Artificial intelligence, or AI, has been a top buzzword over the last year.
In fact, AI was even named the “Marketing Word of the Year” in 2017 by the Association of National Advertisers (ANA).
There are so many opinions and prognostications about the future of AI – with industry leaders and others weighing in – that it can be difficult to understand.
Facebook’s Mark Zuckerberg recently shared his optimism over the rise of AI technologies like deep learning and how they could lead to breakthroughs in areas like healthcare and self-driving cars.
Space X founder Elon Musk contends that “AI is more dangerous than nuclear weapons.”
On the other hand, Bill Gates asserts that “Artificial intelligence is good for society.”
While the late Stephen Hawking declared that “The development of full artificial intelligence could spell the end of the human race.”
What do we make of these statements?
Like many hot topics, AI is often described in hyperbolic extremes that can sound apocalyptic or utopian. But many applications of AI – and machine learning, which enables computers to learn from vast datasets – are practical.
This is particularly true in the field of advertising, where AI has been mostly uncontroversial in its applications. Search advertising is a great example.
AI in Search Advertising
Search advertising involves billions of data points and decisions, from keywords to inventory sources – and additional dimensions such as audiences, device, geo and time, with multiple campaign settings.
In all, it is too much data and too complex for humans to make the optimal decisions manually. AI is uniquely suited to help humans make trade-offs to drive the best possible performance.
Leveraged properly, AI can help advertisers drive better performance and ROI. It can take complex data sets and build predictive models to make decisions on bids and budget allocation to best meet advertisers’ objectives.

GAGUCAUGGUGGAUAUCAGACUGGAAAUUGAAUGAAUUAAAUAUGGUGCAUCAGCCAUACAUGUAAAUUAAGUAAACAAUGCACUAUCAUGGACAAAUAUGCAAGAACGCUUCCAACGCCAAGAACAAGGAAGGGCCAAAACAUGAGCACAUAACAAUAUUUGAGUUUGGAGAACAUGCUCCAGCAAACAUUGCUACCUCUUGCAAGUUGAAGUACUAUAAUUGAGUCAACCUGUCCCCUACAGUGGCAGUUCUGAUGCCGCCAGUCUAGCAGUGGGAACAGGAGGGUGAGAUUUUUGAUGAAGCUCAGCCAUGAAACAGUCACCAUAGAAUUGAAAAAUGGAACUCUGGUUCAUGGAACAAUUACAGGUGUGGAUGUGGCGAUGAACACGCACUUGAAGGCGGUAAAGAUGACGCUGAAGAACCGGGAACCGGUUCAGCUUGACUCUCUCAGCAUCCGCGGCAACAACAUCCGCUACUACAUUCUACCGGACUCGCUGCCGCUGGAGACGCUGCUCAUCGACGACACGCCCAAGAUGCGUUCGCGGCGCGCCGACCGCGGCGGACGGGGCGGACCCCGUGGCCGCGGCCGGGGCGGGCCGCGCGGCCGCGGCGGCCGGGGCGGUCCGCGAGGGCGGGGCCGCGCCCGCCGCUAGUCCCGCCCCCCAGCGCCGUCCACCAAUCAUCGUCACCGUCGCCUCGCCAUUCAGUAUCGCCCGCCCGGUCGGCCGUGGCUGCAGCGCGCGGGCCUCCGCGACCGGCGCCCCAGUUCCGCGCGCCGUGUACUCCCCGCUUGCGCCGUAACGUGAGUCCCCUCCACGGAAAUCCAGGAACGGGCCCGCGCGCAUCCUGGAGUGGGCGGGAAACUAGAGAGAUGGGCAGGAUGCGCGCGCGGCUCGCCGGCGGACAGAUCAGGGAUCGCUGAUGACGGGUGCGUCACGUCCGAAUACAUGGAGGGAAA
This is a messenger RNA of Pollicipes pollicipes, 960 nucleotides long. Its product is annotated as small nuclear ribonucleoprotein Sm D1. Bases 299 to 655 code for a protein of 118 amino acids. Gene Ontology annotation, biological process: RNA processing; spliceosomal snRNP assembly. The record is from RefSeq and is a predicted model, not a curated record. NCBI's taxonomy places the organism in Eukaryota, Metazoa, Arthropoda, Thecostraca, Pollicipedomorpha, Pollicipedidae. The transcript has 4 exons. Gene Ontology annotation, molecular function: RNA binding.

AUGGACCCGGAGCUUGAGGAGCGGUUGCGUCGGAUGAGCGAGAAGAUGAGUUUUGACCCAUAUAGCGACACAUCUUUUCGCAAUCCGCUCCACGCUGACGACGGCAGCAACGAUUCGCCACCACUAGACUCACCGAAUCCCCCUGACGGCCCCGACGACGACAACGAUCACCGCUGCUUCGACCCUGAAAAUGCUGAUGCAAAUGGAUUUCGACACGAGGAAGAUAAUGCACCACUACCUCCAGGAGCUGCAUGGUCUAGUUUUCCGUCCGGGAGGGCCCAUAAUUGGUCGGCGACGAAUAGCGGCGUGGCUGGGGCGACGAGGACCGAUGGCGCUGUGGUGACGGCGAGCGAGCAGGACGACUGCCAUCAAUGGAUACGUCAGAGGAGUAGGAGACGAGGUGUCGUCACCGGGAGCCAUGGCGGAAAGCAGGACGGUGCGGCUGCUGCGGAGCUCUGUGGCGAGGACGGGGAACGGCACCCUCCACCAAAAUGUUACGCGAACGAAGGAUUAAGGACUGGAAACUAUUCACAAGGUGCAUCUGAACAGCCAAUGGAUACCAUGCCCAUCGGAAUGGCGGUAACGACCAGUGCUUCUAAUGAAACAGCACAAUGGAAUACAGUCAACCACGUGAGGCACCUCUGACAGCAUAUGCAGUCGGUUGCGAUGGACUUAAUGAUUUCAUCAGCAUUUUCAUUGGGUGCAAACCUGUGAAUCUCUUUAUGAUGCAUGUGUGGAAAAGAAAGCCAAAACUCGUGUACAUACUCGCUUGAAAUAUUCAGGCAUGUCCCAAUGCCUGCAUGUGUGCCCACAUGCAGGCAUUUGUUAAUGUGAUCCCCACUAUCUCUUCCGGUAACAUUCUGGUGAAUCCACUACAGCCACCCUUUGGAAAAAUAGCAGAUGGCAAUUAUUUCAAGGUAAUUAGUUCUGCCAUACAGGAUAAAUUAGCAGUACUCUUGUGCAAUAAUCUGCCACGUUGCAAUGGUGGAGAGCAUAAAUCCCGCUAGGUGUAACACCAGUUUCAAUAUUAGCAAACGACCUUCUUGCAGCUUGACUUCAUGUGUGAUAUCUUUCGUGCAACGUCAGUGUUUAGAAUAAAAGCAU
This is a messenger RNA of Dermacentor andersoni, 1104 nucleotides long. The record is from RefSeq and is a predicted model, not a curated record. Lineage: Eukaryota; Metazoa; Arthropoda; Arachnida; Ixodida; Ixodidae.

But for many marketers, AI is not something they want to simply check a box to activate – or “set and forget.”
To increase the impact of AI and machine learning in search advertising, a number of best practices have emerged that blend the best of human and machine.
1. Set Clear Goals
AI is not taking over your job. It still needs humans to make strategic decisions and set business goals. It is important to take the time to set the right goals, which are unique to any business.
For some, optimizing to a cost per action (cost per sale, lead, registration) is best while others might want return on ad spend.
AI alone will not determine strategy or goals, but it will enable advertisers to efficiently achieve them.
2. The More Data, the Better
The more data that AI has to learn from on a searcher’s intent, the better it can optimize campaigns.
Even if searchers for some keywords don’t convert, AI can leverage other data like actions on a website or audience data to optimize for performance.
Leveraging a marketer’s full data footprint – including site engagement and conversion metrics (time on site, number of pages viewed, registration, shopping cart status and product page visits, etc.), customer CRM data or data from a data management platform (DMP) – is key to maximizing performance.
3. Apply Expertise
Setting guardrails, like campaign settings and budgets based on an advertiser’s expertise and historical successes, helps AI stay in its lane. But advertisers should be careful to not get carried away.
Since AI works the best with few constraints, going overboard can be detrimental since the AI system will look for the optimal solution among a smaller set of possible values.
By focusing on setting the right goals as guardrails, marketers can then let the algorithm decide how to best achieve them.
4. Run Simulations
Simulations allow a marketer to do a low-effort test to see estimated impact without investing real dollars.
Before making big changes to campaign settings or budgets, simulations can help a marketer understand the impact on business goals – then, when ready, AI can take over on performance optimization.
5. Trust, but Verify
Regularly reviewing model accuracy reports offers much-needed peace of mind that AI forecasts and optimizations are working as expected.
Reviewing forecasts for impressions, clicks, and revenue versus actual performance verifies that AI is making the right decisions to most efficiently meet performance goals.
With these best practices in mind, AI can do what it does best – and so can you.
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